For history lovers, Gui-Ob Church Ruins is one of the most historical and one of the vintage ruins that still looks beautiful until today. The church served as a great witness on how the Filipinos back then were able to practice their faith and how the once fully functional Church became one of the center for religion development in the province.
Back during the Spanish Era, Camiguin’s island capital is known as Cotta Bato, it was an attractive town as how the locals describes the city. The church became the one of the town’s most prized possession, as it is built using coral stones. The large church’s structure that used to hold Weddings, Baptisms, Funerals and even Sunday Masses has gone in an instant during a destructive eruption of Mt. Vulcan in 1871.
Mt. Vulcan’s 1871 eruption has been recorded as the most destructive eruption during those years as the eruption has wiped out Cotta Bato leaving a few survivors. The Gui-Ob Church was not spared with the eruption as the buildings has been destructed as if it faced a huge war, which turned out as rocks and lavas from the erupting volcano has destroyed and has left ruins proving that there was once a grand church standing in the past.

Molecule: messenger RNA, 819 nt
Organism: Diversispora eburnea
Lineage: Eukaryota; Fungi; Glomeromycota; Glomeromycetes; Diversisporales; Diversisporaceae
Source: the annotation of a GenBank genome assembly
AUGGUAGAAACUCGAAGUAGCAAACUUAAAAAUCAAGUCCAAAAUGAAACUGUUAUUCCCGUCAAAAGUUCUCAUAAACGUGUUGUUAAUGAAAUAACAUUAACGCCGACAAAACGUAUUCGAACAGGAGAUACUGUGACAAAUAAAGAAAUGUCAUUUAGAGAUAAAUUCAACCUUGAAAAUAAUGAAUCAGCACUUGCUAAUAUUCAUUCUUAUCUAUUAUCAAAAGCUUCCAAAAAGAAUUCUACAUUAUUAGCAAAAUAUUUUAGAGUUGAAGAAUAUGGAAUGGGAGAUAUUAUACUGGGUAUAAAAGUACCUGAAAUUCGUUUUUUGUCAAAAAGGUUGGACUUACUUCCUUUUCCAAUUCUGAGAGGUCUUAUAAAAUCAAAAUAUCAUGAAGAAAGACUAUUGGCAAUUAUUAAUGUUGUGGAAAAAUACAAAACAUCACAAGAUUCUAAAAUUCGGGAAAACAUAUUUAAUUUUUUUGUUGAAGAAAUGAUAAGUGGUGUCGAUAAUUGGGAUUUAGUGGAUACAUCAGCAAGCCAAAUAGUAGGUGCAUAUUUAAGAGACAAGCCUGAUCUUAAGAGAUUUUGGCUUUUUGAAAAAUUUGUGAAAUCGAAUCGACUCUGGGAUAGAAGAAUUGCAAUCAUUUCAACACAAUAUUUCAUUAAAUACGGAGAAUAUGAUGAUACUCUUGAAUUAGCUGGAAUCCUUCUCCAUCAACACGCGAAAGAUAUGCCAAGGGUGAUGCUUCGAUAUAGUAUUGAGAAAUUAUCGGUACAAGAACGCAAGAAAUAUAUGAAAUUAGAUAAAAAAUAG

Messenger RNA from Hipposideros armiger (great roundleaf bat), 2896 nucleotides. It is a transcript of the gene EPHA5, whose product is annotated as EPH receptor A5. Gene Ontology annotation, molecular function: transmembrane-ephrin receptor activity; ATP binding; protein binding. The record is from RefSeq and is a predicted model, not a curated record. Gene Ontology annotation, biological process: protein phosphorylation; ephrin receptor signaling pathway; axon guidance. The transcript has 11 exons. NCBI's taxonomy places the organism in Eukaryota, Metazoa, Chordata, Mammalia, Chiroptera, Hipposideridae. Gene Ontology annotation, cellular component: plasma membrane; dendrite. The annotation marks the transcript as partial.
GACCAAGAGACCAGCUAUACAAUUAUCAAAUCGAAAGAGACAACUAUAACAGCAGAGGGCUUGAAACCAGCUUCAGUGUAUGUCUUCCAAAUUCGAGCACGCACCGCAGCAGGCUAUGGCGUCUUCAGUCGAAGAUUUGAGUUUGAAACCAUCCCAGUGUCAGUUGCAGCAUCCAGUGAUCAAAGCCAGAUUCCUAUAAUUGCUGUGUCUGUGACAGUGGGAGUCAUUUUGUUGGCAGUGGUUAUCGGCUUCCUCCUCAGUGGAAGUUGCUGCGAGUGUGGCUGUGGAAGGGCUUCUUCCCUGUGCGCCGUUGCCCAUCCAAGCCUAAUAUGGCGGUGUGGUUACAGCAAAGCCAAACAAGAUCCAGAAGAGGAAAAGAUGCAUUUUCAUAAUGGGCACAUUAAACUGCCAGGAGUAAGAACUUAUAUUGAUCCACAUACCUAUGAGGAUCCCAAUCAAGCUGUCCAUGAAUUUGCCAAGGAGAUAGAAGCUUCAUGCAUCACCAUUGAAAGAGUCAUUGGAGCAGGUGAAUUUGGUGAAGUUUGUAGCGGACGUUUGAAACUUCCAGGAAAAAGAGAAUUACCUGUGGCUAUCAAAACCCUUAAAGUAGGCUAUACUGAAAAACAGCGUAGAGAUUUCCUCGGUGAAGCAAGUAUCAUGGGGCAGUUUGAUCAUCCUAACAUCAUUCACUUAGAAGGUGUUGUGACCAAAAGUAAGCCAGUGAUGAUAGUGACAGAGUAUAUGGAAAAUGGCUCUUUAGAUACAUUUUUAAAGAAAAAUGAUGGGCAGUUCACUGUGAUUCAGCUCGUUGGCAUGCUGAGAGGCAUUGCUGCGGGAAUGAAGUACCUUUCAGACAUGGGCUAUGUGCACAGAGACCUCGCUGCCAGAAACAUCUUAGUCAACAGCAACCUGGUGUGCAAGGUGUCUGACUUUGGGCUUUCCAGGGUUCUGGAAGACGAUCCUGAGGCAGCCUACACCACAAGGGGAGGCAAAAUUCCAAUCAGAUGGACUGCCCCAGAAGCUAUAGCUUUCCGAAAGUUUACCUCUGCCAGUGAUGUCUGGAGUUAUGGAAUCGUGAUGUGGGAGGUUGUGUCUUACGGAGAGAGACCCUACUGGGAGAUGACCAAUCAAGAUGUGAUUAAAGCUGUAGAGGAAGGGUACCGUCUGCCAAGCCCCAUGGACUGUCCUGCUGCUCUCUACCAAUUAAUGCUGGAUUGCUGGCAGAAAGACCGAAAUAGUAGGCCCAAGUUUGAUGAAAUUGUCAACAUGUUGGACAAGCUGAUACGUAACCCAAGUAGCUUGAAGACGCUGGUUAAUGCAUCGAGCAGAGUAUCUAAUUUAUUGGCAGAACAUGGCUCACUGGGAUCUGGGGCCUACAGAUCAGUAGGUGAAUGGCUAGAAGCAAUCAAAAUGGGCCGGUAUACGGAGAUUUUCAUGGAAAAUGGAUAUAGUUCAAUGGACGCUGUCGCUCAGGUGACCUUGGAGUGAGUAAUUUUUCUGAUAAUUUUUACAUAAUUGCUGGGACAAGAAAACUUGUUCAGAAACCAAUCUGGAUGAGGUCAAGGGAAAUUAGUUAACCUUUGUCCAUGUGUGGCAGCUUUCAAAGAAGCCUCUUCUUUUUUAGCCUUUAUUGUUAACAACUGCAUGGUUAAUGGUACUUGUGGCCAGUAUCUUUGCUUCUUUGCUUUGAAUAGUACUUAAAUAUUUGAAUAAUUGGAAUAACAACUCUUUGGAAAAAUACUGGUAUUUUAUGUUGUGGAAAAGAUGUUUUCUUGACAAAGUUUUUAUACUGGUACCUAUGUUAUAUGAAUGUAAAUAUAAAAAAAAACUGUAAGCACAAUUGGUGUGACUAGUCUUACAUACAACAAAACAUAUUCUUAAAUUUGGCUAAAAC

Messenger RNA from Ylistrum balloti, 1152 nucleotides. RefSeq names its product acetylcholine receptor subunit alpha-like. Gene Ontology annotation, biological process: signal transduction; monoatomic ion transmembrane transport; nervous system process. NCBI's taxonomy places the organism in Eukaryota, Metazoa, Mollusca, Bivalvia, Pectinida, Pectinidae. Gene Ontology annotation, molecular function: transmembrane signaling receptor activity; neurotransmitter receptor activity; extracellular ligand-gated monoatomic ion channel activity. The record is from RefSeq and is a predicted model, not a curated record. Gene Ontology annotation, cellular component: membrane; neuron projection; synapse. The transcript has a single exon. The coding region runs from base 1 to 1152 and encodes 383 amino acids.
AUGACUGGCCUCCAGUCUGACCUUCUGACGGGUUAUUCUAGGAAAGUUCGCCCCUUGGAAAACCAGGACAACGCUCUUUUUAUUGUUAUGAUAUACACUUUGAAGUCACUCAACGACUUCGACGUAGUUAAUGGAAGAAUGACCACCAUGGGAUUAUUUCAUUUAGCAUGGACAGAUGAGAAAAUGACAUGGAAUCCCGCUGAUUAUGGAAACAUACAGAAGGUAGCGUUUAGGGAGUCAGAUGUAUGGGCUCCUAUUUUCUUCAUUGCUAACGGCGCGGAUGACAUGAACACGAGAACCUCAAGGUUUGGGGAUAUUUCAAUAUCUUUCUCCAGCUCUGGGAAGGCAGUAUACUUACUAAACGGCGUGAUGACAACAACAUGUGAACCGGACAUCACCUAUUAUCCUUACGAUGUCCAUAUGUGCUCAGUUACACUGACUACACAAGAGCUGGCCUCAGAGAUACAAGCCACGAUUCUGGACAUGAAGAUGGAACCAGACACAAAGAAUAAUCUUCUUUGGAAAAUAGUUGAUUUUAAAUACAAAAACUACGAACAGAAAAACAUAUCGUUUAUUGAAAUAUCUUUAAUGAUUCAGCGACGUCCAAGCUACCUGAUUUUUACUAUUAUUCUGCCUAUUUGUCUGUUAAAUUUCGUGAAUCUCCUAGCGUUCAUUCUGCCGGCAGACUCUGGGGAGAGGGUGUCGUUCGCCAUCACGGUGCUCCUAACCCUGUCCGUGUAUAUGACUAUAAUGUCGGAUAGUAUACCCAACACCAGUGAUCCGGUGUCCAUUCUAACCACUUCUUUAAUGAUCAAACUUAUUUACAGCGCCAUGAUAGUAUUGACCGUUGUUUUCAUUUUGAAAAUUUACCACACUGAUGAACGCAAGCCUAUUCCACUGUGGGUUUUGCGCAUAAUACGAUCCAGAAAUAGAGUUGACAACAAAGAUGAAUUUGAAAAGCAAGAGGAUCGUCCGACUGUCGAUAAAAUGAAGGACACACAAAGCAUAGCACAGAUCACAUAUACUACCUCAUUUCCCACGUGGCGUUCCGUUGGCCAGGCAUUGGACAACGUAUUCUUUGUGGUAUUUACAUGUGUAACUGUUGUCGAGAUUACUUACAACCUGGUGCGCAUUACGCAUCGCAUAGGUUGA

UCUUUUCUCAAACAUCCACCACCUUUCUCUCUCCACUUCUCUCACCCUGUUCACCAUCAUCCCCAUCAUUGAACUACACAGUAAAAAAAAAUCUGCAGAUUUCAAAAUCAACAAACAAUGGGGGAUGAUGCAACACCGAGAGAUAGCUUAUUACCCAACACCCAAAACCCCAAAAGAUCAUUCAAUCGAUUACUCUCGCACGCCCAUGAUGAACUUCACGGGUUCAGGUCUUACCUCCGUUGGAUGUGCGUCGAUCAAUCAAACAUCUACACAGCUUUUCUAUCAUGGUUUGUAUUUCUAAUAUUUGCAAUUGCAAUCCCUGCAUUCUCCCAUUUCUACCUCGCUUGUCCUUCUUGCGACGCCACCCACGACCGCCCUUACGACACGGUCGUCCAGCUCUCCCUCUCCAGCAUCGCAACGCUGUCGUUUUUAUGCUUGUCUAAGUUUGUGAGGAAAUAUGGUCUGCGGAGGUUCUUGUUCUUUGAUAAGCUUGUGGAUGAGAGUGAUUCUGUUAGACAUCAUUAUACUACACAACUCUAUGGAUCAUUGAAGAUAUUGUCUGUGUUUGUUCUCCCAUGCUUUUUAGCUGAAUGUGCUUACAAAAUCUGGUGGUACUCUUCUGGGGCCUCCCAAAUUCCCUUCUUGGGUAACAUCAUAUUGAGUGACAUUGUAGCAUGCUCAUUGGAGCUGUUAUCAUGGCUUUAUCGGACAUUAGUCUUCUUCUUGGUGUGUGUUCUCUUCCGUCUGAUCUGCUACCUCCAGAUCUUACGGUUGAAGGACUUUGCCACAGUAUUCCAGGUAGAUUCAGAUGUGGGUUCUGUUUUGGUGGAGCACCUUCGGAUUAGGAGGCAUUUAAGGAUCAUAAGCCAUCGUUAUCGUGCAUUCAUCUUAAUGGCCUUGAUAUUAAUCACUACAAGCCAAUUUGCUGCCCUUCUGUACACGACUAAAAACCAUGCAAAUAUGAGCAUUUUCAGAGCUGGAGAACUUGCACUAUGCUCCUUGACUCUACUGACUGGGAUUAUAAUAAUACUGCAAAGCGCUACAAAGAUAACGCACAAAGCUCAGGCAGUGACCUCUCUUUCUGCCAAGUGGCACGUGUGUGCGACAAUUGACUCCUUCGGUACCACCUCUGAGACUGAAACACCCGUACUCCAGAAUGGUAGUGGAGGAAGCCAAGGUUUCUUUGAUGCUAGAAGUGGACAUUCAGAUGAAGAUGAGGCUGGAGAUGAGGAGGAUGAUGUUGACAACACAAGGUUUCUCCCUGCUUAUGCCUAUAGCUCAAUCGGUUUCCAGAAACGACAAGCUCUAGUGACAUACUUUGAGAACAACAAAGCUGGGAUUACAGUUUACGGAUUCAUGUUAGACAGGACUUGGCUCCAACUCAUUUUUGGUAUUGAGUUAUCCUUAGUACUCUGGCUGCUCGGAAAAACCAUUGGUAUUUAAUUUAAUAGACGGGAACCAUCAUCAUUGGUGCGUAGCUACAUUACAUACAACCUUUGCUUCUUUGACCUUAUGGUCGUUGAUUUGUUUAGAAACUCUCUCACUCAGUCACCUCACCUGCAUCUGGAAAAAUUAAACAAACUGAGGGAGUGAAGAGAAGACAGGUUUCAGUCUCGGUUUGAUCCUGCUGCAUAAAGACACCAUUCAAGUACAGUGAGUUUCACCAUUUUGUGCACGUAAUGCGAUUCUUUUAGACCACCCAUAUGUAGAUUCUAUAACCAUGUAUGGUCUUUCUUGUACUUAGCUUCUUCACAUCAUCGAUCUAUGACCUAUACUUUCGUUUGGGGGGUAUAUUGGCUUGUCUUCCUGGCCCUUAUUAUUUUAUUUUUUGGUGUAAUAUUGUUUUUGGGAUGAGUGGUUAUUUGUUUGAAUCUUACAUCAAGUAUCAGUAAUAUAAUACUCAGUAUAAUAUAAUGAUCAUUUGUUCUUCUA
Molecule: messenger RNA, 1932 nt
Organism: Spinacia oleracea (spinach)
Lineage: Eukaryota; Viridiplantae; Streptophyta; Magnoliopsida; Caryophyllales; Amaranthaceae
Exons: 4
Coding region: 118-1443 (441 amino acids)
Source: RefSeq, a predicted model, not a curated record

Upon visiting the ruins, most visitors lights a candle before entering the church and offers a prayer for the lives that were taken back in the days. Some of the buildings are still intact that can prove that there were once a church built-in that place.
The ruins found in the place are in different forms already, so it is highly suggested that visitors won’t have a high expectation to see a highly maintained ruins, as mosses and even tree roots can visibly be seen in the ruins.
Visitors may still enjoy a relaxing time having detours and even learning more about the history on how a once popular town capital was destroyed by an eruption in span of a short time.